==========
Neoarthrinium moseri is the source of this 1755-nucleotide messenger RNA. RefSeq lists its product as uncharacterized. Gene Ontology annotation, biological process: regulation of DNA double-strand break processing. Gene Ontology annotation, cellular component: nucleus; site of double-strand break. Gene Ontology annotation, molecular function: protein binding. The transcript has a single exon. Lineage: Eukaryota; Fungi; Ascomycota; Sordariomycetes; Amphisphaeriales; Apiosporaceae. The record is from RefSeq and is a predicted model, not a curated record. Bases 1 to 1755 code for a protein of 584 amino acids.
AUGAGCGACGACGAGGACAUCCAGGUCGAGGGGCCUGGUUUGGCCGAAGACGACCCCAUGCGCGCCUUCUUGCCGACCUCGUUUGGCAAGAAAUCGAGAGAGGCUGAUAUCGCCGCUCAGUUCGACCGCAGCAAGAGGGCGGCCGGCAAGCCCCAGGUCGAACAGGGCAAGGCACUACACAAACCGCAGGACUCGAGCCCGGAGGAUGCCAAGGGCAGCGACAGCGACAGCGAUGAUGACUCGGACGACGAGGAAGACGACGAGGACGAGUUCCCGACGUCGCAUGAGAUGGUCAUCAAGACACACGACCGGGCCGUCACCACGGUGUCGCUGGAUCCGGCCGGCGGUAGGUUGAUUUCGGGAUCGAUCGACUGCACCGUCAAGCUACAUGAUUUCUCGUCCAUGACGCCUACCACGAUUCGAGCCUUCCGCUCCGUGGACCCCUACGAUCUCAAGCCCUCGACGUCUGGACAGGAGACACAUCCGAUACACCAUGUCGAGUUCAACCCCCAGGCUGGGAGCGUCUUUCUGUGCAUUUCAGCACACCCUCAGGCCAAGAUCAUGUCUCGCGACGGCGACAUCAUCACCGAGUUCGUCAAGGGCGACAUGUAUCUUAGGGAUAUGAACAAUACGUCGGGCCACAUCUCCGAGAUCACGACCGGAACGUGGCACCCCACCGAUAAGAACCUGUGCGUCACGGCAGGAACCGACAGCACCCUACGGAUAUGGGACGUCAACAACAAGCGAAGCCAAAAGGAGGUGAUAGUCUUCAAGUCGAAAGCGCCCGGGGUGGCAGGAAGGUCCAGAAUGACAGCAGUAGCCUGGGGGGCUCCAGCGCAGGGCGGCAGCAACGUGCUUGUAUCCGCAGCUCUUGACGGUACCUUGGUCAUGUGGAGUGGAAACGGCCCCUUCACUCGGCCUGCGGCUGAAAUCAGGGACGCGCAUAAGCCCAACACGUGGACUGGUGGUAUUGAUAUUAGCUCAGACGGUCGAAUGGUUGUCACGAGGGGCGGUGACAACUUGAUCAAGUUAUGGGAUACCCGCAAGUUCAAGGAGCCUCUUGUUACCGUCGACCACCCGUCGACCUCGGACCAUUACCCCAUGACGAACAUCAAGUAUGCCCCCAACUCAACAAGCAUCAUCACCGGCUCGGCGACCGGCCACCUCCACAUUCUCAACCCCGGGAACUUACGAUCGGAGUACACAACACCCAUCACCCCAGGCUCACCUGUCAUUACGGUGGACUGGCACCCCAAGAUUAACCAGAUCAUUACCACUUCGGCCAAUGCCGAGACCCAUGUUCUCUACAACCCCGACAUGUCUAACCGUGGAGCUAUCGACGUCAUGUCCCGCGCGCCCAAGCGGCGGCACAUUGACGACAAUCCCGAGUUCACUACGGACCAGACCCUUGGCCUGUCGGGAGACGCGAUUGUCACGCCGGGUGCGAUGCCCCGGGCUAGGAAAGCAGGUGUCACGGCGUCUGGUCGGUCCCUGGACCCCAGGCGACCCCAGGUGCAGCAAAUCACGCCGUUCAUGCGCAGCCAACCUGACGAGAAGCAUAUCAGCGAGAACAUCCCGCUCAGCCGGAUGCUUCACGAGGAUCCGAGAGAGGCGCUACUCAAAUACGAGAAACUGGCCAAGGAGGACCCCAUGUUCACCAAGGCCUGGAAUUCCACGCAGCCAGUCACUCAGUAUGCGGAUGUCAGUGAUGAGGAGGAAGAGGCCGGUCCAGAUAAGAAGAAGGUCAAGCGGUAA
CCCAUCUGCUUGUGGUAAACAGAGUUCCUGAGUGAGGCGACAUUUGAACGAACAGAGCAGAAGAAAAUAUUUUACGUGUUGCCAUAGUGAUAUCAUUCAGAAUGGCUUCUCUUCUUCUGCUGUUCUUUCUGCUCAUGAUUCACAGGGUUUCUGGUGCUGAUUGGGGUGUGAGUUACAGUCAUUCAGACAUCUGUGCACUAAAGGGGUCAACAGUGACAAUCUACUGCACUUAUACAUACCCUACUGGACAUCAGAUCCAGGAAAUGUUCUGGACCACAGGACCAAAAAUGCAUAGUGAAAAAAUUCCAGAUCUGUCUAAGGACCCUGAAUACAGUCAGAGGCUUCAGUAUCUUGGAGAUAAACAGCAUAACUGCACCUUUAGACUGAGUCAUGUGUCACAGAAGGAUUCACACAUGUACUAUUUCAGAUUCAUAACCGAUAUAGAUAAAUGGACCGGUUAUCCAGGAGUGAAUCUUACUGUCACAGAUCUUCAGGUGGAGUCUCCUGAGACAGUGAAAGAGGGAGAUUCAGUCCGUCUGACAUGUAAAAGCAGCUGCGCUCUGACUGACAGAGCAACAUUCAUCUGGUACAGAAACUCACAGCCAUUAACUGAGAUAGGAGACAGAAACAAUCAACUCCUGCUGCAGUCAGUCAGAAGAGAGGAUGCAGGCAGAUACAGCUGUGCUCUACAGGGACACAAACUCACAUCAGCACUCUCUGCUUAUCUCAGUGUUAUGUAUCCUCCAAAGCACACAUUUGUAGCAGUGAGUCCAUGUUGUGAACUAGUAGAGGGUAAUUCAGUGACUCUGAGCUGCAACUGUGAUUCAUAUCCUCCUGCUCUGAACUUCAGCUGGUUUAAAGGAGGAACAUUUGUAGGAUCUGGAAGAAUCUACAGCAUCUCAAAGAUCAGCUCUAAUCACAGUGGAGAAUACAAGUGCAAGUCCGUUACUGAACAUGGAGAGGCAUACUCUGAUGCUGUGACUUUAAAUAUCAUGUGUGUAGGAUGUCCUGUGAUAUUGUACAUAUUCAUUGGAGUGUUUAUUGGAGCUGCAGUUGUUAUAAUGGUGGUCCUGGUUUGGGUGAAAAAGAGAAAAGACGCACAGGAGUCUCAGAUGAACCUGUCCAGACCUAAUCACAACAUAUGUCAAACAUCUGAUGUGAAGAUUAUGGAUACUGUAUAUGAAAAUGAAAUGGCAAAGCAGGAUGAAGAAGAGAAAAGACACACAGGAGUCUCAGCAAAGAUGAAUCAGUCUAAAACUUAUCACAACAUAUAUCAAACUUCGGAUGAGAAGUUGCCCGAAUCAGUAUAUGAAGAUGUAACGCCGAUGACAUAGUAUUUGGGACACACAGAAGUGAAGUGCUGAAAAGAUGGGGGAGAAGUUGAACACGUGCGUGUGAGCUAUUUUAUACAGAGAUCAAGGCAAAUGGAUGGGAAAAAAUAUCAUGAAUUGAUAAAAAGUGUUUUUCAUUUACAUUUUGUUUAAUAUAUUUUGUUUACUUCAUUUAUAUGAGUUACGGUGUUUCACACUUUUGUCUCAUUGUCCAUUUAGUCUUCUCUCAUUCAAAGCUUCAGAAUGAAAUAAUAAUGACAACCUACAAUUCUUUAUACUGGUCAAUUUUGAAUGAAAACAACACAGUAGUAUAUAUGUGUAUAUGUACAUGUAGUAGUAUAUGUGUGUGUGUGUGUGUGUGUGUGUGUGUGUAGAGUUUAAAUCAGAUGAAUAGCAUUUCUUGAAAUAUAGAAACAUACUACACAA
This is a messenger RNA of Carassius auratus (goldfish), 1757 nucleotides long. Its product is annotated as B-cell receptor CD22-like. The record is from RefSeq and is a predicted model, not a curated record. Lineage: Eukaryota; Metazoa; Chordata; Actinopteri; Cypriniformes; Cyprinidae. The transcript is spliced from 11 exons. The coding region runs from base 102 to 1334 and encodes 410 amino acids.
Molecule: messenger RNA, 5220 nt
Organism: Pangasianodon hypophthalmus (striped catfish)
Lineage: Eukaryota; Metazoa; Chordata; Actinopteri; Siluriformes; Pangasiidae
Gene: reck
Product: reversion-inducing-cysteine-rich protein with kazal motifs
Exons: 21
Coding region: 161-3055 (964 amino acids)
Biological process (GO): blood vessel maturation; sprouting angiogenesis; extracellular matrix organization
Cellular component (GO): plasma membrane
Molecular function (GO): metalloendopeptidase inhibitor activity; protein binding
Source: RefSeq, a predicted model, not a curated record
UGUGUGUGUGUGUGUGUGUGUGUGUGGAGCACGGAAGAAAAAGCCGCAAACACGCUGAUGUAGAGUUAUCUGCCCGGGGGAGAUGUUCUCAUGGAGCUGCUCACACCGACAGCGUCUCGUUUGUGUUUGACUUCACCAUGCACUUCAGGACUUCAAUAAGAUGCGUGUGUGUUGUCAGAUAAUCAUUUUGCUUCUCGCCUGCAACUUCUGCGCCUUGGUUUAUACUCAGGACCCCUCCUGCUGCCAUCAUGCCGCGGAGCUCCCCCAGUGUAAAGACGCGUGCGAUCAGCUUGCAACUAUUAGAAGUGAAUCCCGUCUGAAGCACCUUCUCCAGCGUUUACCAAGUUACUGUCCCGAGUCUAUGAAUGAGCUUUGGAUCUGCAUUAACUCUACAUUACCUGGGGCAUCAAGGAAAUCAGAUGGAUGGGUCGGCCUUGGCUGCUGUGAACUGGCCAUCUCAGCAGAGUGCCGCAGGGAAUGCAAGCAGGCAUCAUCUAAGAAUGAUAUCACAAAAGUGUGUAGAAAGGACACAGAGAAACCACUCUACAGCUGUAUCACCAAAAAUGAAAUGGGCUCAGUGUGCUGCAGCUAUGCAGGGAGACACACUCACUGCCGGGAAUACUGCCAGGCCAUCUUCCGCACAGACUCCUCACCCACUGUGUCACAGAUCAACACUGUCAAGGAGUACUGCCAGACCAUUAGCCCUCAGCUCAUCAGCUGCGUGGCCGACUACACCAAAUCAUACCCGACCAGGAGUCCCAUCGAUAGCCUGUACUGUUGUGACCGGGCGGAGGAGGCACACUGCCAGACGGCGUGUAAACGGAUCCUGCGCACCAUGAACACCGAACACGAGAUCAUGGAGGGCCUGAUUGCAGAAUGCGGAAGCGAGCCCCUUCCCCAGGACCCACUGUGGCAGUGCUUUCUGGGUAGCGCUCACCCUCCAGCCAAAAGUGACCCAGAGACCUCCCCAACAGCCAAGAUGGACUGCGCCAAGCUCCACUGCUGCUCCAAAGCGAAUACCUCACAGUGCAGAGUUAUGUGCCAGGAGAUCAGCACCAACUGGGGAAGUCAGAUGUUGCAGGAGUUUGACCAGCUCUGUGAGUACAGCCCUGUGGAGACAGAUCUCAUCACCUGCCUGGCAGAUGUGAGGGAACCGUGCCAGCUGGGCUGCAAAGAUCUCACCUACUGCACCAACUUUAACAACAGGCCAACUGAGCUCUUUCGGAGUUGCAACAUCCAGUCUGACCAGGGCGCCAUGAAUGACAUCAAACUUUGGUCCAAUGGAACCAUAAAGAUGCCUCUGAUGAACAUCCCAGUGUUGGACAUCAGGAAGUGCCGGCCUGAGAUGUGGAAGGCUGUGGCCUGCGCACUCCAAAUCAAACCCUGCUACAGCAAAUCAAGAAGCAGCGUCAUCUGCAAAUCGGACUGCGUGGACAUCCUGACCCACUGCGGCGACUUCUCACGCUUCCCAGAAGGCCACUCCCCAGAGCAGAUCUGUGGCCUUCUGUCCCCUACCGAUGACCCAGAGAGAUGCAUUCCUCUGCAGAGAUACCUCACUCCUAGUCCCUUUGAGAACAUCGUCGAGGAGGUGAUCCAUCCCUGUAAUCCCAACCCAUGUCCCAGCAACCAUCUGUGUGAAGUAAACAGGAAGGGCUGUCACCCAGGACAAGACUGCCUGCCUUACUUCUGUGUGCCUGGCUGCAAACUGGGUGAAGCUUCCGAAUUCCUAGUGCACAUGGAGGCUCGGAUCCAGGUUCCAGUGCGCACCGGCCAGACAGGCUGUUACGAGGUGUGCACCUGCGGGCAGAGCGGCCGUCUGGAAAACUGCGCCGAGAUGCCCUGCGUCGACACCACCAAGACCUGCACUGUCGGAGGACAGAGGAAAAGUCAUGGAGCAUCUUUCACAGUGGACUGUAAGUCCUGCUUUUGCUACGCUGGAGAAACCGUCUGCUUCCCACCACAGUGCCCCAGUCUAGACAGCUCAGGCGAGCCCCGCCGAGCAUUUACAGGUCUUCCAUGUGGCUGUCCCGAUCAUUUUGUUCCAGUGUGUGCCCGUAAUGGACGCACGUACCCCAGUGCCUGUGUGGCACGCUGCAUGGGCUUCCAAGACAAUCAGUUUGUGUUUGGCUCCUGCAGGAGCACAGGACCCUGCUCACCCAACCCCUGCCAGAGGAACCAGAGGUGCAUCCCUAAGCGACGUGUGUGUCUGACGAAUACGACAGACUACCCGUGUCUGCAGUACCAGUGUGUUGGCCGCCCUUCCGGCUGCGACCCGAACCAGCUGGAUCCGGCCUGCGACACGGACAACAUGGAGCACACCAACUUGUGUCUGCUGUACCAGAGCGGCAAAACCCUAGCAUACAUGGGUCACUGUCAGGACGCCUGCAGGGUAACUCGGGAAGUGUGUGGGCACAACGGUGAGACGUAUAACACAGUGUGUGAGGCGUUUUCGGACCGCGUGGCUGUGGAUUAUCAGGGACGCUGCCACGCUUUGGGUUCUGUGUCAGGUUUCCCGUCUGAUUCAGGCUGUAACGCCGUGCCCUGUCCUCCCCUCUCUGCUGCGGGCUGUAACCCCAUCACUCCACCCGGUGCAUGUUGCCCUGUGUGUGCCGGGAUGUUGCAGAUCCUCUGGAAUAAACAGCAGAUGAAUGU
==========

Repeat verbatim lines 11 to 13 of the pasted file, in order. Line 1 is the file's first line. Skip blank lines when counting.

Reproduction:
Coding region: 161-3055 (964 amino acids)
Biological process (GO): blood vessel maturation; sprouting angiogenesis; extracellular matrix organization
Cellular component (GO): plasma membrane